The Tory leadership frontrunner believes the bank, which has been independent of government since the 1990s, should have raised interest rates "a long time ago".
But policy is currently set by an independent committee of economists, meaning the government currently has no direct say in whether they go up or down.
The Bank is expected to raise interest rates on Thursday amid a backdrop of surging prices. Inflation hit 9.4 per cent in June, a 40-year high driven by rising energy and food prices.
But speaking ahead of the announcement an ally of Ms Truss insisted on Thursday morning that the central bank would remain independent despite the would-be prime minister’s planned meddling.
Suella Braverman, the attorney general, who is backing Ms Truss's campaign to replace Boris Johnson, said the new prime minister was not sure the institution was "fit for purpose".
"Interest rates should have been raised a long time ago and the Bank of England has been too slow in this regard,” Ms Braverman said.
"Liz Truss has made clear that she wants to review the mandate that the Bank of England has, so that's going to be looking in detail at exactly what the Bank of England does and see whether it's actually fit for purpose in terms of its entire exclusionary independence over interest rates."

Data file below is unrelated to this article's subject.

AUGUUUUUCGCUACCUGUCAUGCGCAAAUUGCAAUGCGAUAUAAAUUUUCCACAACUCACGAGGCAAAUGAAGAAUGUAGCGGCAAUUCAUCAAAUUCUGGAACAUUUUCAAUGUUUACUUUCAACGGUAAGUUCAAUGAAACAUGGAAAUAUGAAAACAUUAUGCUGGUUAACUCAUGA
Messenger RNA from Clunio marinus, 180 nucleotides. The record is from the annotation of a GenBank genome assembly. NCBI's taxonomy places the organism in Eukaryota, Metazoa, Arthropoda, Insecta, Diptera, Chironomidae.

The Bank was granted operational independence over monetary policy in 1997 by former chancellor Gordon Brown. It has a mandate set by the government to keep inflation at 2 per cent. A committee of economists, known as the monetary policy committee, sets interest rates with this target in mind.
UK inflation surges to new 40-year high of 9.4%
Speaking at a hustings on Wednesday in Cardiff Ms Truss herself told her audience of Tory members: “The best way of dealing with inflation is monetary policy and what I have said is I want to change the Bank of England’s mandate to make sure in the future it matches some of the most effective central banks in the world at controlling inflation.
“The last time the mandate was looked at was in 1997 under Gordon Brown. Things are very, very different now.”
Speaking on Sky News Ms Braverman also rejected criticism that Ms Truss's plans to cut taxes would drive up inflation further.
"People say 'we can't afford to cut taxes', Liz thinks - and I agree with her - that we can't afford not to cut taxes," she said.